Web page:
At chemical corporation BASF, the economic situation is also having no negative effect on the demand for scientists and engineers. "They are always needed - even more so in difficult times. Therefore we have not imposed a hiring freeze, but continue to take on qualified applicants - including in our research departments, of course", says BASF spokesman Christian Siemens. Those joining BASF following their doctorate or postdoc will immediately start as laboratory managers in research. Mentors and specifically tailored further training options are provided to make their career entry a little easier. The starting salary is set in accordance with the collective wage agreement for academics in the chemical industry; in 2009, the agreed minimum annual salary for employees with a doctorate in their second year of employment was approximately 63,000 euros. "We additionally determine individual salaries based on market, role and performance", says Siemens.

Crisis? Research Goes on Regardless Frank Stefan Becker, education expert at Siemens

Environmental technologies as employment drivers

"We currently have 1,500 vacancies, the majority for graduates in the fields of electrical engineering, mechanical engineering and computer science", says Frank Stefan Becker, education expert at Siemens. "The job cuts at Siemens mainly affect the administrative organisation, not research and development." Many of the new jobs at Siemens have been created in the field of environmental technologies, where the main focus is on preliminary research, i.e. application-oriented research work. No less than a quarter of the company's 410,000 employees worldwide work in developing, manufacturing and marketing environmentally friendly technologies for energy and transport sector infrastructures. In addition to professional qualifications, graduates are expected to have communication skills, economic background knowledge and basic project management abilities. Those who have some catching up to do in these areas should look around their university: at many career centres, seminars on these subjects are already available to students.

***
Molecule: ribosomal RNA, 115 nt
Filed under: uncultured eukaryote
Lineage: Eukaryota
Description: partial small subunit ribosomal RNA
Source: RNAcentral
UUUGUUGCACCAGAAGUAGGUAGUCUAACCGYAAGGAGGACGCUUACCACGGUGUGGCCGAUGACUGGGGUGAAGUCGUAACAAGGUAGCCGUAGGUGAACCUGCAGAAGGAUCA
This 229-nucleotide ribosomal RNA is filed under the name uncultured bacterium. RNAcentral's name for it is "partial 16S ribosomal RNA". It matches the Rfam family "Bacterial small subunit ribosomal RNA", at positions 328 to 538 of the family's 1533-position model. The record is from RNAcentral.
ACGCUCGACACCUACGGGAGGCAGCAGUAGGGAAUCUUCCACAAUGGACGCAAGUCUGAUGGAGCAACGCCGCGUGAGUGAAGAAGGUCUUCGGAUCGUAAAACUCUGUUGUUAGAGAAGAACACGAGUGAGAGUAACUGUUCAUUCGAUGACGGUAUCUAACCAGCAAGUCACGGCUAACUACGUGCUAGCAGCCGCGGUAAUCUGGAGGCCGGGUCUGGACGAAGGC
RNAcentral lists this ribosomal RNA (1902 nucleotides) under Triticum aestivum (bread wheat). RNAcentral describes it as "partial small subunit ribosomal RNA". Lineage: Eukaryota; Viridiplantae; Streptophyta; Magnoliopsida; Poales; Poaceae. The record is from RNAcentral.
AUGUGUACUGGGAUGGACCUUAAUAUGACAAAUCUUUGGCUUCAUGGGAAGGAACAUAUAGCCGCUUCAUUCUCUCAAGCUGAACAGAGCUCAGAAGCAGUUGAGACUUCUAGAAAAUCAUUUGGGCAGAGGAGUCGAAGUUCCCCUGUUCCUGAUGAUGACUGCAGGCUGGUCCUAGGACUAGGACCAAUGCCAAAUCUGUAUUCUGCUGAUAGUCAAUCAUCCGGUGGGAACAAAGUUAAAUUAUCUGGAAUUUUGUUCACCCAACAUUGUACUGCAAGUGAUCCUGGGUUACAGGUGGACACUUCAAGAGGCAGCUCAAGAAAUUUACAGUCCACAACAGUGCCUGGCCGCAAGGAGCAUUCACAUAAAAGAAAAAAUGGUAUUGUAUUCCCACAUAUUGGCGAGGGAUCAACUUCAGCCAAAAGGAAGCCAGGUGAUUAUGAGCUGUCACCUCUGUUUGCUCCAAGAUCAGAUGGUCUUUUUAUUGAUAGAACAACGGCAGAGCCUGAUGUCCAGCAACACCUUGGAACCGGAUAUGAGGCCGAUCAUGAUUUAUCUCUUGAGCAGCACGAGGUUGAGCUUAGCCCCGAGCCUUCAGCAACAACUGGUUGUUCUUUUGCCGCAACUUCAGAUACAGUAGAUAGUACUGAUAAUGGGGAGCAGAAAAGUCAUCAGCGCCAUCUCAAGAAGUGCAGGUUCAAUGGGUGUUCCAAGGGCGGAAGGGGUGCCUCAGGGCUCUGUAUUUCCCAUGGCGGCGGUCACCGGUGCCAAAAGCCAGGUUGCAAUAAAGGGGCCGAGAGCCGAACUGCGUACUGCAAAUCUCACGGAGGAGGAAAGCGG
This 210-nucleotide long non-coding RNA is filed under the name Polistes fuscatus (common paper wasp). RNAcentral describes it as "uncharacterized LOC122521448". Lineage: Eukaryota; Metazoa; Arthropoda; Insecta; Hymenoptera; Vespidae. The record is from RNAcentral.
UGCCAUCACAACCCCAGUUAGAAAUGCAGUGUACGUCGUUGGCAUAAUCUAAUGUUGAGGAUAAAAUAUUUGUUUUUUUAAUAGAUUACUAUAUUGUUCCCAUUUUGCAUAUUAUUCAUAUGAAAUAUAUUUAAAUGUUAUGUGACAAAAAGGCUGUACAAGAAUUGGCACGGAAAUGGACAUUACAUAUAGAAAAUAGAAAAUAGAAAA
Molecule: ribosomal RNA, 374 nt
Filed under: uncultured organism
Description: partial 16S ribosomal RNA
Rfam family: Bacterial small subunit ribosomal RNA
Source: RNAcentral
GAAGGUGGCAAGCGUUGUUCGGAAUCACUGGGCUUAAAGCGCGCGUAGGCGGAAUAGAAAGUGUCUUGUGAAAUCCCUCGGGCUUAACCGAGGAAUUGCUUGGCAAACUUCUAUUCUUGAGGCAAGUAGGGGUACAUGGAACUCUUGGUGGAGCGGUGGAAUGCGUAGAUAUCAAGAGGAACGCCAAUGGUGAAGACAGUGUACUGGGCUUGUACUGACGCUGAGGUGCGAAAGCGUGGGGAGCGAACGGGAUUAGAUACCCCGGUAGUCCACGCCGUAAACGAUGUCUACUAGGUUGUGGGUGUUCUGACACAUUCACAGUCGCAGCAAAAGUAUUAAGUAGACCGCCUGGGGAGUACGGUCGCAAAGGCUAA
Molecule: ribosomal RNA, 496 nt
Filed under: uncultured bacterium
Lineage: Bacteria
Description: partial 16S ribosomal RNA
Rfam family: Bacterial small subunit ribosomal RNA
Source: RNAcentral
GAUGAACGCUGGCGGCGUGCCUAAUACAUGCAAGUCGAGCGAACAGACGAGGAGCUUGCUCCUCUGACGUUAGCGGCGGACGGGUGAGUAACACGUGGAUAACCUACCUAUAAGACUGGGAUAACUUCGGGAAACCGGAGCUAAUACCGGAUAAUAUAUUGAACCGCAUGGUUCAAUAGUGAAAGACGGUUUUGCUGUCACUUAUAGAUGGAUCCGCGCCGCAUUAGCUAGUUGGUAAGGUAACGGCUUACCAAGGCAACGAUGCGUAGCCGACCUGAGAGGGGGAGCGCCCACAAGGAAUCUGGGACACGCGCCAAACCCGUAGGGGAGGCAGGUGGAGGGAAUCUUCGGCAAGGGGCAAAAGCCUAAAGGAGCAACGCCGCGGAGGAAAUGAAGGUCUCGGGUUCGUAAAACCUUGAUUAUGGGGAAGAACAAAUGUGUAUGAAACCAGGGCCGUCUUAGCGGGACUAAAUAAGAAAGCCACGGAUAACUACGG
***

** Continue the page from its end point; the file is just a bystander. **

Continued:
Starting a career in medical research

Unfilled vacancies can currently also be found in medical and pharmaceutical research. For entry-level positions, applicants are expected to have two to four years of professional experience - where the doctorate is considered professional experience. The exception are physicians, who usually complete their doctorates in parallel with their degree course.

Greater freedom of research at university

Despite excellent salary and development opportunities in industry, many young scientists consciously choose a university career. Points in its favour are "freedom of research and sometimes also an enjoyment of teaching", as Bertram Welker of the TU Berlin emphasises. His impression is that the structures are becoming somewhat more permeable - meaning that the choice between university/research institution and industry does not always have to be a decision for life.

academics :: January 2010